American League, Anaheim, Angel Nation, Angel Stadium, Angels, baseball, Halos, Japan, Los Angeles Angels, Major League Baseball, MLB, Nippon Ham Fighters, Nippon Professional Baseball, Orange County, Shohei Ohtani, World Series, Yomiuri Giants
I freely, and am not one bit ashamed, to say that I was wrong as far as which team I saw Shohei Ohtani going to begin his career in Major League Baseball.
I was also a little surprised, as I thought Ohtani would fit in better with the Seattle Mariners because it would be easier for the Japanese phenom to be an outfielder or a designated hitter while not pitching due to the Mariners’ needs.
In my view, it would be more difficult for Ohtani on the Angels because while they desperately need his talents as a starting pitcher,
The positions where he played for the Nippon Ham Fighters while not hurling 100 mile an hour fastballs are set for the Halos as Justin Upton, Kole Calhoun, and (baseball’s best player) Mike Trout are set to be one of the best outfields in MLB this coming season,
While a future first ballot Hall of Famer, Albert Pujols, a guy who although his days of hitting well over .300 are long gone can still drive in runs – he drove in 101 runs last year and 119 runs the year before – is pretty much etched in stone as the DH.
The only option I see Ohtani doing while not on the mound is platooning with C.J. Cron at first base, as being a left-handed hitter he can play against righties while Cron can play when the Angels are facing left handers.
I’m glad that this 23-year-old from northern Japan has chosen a SoCal team to begin his odyssey in American baseball.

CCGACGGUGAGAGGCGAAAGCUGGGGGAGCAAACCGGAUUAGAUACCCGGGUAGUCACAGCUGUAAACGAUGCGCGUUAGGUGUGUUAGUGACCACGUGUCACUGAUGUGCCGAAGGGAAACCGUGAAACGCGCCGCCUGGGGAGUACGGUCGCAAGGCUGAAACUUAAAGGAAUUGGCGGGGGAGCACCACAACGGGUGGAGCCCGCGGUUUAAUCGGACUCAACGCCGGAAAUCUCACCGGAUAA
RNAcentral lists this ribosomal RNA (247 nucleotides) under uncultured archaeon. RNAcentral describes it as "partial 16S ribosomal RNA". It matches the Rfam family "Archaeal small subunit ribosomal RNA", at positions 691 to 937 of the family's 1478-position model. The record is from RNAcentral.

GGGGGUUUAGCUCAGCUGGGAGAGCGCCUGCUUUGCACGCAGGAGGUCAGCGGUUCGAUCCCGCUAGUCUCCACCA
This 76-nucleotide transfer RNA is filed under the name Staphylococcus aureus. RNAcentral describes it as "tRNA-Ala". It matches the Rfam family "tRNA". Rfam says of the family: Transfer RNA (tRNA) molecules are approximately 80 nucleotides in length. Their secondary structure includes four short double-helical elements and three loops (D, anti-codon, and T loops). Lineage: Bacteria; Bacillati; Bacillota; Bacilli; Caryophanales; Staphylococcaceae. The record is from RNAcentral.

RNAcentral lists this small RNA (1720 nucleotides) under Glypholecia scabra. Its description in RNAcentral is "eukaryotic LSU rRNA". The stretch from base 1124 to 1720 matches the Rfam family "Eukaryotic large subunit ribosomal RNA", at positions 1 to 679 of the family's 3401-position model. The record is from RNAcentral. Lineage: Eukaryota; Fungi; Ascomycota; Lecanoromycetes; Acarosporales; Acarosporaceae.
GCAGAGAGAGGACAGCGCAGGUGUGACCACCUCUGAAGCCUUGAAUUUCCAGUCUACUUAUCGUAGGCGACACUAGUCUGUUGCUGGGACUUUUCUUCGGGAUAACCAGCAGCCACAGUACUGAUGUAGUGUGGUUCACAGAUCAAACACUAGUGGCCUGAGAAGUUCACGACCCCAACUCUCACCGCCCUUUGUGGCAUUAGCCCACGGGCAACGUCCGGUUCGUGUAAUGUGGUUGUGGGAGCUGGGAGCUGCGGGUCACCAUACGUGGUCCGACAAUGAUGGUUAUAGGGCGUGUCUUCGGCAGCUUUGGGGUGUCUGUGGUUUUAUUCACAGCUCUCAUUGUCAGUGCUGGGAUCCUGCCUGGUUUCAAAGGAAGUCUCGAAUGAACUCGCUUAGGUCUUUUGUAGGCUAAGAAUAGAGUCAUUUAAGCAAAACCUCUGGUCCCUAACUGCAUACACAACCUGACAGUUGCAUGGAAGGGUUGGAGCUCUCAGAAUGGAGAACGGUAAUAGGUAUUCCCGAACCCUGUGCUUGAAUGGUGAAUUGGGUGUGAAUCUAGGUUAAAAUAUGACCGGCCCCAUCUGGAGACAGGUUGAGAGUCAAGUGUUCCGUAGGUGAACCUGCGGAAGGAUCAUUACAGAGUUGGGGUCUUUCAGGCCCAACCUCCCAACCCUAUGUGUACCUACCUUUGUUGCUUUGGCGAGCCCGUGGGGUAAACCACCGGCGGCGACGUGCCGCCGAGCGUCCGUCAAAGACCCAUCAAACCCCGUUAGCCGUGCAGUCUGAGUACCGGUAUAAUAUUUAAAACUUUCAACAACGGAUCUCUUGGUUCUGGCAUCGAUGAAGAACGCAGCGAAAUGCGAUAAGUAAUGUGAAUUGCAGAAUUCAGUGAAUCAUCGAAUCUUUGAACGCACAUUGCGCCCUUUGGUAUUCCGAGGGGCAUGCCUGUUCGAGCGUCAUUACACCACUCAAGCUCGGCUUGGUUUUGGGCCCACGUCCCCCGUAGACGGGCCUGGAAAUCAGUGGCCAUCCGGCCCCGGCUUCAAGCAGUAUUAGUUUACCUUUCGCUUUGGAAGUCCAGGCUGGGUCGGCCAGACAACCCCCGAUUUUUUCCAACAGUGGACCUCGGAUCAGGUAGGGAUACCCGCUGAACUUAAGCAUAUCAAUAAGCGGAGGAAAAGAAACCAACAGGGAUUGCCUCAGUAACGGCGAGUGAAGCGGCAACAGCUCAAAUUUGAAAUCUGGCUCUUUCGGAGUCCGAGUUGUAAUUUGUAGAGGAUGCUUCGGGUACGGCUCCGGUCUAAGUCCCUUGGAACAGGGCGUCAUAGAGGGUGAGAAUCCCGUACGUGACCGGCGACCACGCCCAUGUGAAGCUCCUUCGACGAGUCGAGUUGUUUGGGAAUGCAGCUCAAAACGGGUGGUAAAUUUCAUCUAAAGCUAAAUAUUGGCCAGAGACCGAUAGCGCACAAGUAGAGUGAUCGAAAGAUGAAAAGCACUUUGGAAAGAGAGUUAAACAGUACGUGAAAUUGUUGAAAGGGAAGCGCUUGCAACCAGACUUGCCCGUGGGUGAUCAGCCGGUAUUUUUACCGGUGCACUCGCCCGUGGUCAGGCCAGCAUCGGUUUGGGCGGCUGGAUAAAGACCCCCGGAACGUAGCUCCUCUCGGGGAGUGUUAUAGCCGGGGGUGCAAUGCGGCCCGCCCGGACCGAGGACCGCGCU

With all the injuries and lack of depth that they’ve suffered the past few years, that Angel starting rotation can sure use him.
If Ohtani can get anywhere from 15-20 wins this coming spring and summer, that would be huge for the Angels’ Wild Card chances as despite that MASH unit of a pitching staff and no dependable closer, they were the last team eliminated from playoff contention.
The press conference given at Angel Stadium on December 9th that officially introduced Shohei Ohtani as a member of the Los Angeles Angels. Courtesy of YouTube.
Before the Angels’ fans get too excited and start making plans for a World Series victory parade leading from downtown Anaheim to Angel Stadium, however…
The one thing that Angel Nation needs to remember is this:
As of the moment Ohtani was introduced at the press conference, everything he did in Nippon Professional Baseball means absolutely nothing.
In other words, he needs to prove himself at the highest level of baseball, complete with larger ballparks and a 162 game schedule as opposed to a 146 game schedule and Mondays off in Japan.
He needs to show that he can get hitters like Aaron Judge and his new Yankee teammate (who I so wanted to be a Dodger as he’s from L.A.) Giancarlo Stanton, as well as Jose Altuve and his friends on the world champion/division rival Houston Astros out on a regular basis.
As well as be able to hit against guys like Justin Verlander and his new blue-clad SoCal rival Clayton Kershaw.
Hideo Nomo proved himself when he joined the Dodgers in the 1990s.
So did Hideki Matsui when he came over from the Yomiuri Giants to the New York Yankees in 2003.
And especially Ichiro Suzuki when he blasted onto the MLB scene with the Mariners in 2001 and managed to break records and get 3,000 hits in America, ensuring his first ballot Hall of Fame status.
Now it’s Ohtani’s turn.
I’m confident he’ll turn out well for the Angels as if he performs anything like he did in Japan, at this time in 2018 he’ll be the American League’s Rookie of the Year.
And because he chose to play in Orange County, those Halos’ playoff chances got that much better.
But remember Angel fans, he’ll have his struggles as he adjusts to the grind of “The Show”, so you’ll need to be patient.
And please, for me…
Do something about those uniforms, especially those ugly red jerseys and caps!
And bring back the unis from the 1980s and early 90s!